1. COOK the lardons; set aside. You’ll note in the photo above that the lardons are cut in large slices. You can cut them into smaller cubes, into julienne strips, or however you like. Plan for two or three lardons per plate.

    2. CUT the prosciutto as needed into smaller strips. If you cut a slice in half lengthwise, try rolling it into a “rose” or similar shape for aesthetic effect. One “rose” per plate is sufficient.

    3. TOSS the frisée with vinaigrette (you can first warm the vinaigrette in the microwave for 10 seconds) and distribute among individual salad plates. Top with the pork belly and prosciutto.

    4. NESTLE the poached egg atop the greens. Top with shaved grana padano and scatter the croutons. Serve with a pepper mill for fresh-ground pepper.

     

    LIKE FRISÉE SALAD?

    It’s a favorite of ours! Here are more ideas for frisée salad.

    But there’s more!

     
    POACHED EGG & GRILLED VEGGIES

    We “poached” this idea from the Facebook page of The Guilded Nut, which specializes in flavored pistachio nuts (Garlic, Habanero, Mediterranean Herb, Sea Salt & Pepper).

    Here, a poached egg is surrounded by grilled scallions and garnished with chopped pistachios.

    You can use any grilled vegetables, including leftovers. Heat them in a skillet or in the microwave and serve them with the egg(s). Grated Grana Padano or Parmesan works well here, too.

     

    poached-egg-grilled-scallions-pistachios-theguildednutFB-230sq

    Poached egg with grilled scallions. Photo courtesy The Guilded Nut | Facebook.

     

  • Serve with hearty toast for breakfast or brunch.
  • You can also build on this simple dish and turn it into a luncheon salad or light dinner entrée. Add lardons, Canadian bacon, sliced steak or other protein (lobster tail, anyone?).
  • You can use the poached egg to top an attractive dish of leftovers. Include grains and potatoes, too.
  •   

    Comments

    TIP OF THE DAY: Spice Blends You Should Know, Part 2

    Yesterday we presented the first five of the world’s 10 spice blends you should know: adobo from Mexico, chili powder from Mexico, five spice from China, garam masala from India and jerk from Jamaica.

    Even if you won’t be cooking with them anytime soon, you should know them: They’re popular global, popping up in fusion dishes outside their native cuisines.

    The second half of the Top 10 include nori shake from Japan, pimentón from Spain, quatre épices from France, ras el hanout from Morocco and za’atar from the Middle East.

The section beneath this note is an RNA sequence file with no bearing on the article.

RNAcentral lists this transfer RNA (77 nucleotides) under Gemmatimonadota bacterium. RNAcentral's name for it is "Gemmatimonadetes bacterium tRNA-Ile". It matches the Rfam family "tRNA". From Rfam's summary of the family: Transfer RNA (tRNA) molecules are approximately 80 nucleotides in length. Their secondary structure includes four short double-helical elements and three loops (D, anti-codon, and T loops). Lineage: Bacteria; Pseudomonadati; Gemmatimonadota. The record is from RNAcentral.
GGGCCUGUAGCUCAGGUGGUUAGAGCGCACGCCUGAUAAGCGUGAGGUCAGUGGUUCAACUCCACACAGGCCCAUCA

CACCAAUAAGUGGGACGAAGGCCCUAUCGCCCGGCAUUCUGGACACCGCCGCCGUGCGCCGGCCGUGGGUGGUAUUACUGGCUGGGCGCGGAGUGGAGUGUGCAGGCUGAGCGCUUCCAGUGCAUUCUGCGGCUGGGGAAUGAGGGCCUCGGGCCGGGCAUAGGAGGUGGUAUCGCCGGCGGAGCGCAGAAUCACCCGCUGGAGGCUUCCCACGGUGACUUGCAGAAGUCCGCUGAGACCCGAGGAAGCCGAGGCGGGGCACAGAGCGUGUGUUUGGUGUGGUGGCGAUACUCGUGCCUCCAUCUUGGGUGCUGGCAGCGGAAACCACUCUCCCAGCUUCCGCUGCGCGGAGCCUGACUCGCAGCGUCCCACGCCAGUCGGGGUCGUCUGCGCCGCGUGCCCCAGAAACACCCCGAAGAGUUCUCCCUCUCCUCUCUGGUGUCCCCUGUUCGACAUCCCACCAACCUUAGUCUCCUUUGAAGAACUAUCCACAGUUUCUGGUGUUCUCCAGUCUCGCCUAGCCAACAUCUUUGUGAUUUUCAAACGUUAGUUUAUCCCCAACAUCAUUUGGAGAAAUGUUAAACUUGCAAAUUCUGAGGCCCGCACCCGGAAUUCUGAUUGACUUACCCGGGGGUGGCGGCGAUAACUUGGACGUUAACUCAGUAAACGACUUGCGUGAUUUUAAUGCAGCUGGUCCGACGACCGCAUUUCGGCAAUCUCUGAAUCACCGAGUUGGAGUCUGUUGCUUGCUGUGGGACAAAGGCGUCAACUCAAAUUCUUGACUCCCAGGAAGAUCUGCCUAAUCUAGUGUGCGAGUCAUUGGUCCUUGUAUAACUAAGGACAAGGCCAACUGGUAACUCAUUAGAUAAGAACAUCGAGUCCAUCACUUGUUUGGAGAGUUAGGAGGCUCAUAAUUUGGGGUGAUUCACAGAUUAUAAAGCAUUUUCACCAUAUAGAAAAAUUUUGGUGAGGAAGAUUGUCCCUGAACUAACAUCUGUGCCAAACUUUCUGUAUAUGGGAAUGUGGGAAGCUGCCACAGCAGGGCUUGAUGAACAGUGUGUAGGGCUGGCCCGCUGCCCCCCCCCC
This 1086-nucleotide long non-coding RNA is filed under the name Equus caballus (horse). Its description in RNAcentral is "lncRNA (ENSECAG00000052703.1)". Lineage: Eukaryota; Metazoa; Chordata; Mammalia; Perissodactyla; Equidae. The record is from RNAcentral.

NORI SHAKE

    Nori shake is made from sheets of nori seaweed (the type used to wrap sushi rolls), ground with with salt and sesame seeds. Nori is the seaweed, furi means shake. Beyond its traditional use as a rice seasoning, shake it on other grains, cooked vegetables, plain yogurt and dips.

  • Traditional uses: Cooked rice seasoning.
  •  

    Quatre_Epices-silkroadspices.ca-230

    Quatre epices, a bend of cloves, ginger, nutmeg and pepper. Photo courtesy Silk Road Spices | Canada.

  • Traditional ingredients: Seaweed, sesame seeds, salt. Some recipes include sugar or shiso leaves
  • Bittman’s recipe: Toast 4 nori sheets (one at a time) in a hot skillet for a few seconds on each side; coarsely grind them. Toast 2 tablespoons sesame seeds until golden; combine in a bowl with 2 teaspoons coarse salt, the ground nori and cayenne to taste. Note that unlike other blends, this keeps for only a week or so.
  •  

    PIMENTÓN MIX

    Pimentón is the Spanish word for what is better known as paprika, a spice ground from dried New World chiles (Capsicum annuum). Although paprika is often associated with Hungarian cuisine, in Europe it was first used in Spanish recipes. The story has it that Christopher Columbus brought the ground chiles back to Spain at the end of his second voyage. It was served to King Ferdinand and Queen Isabella, who found it too hot and spicy; but local monks shared it with other monasteries. It spread throughout Spain, and subsequently to Hungary and elsewhere.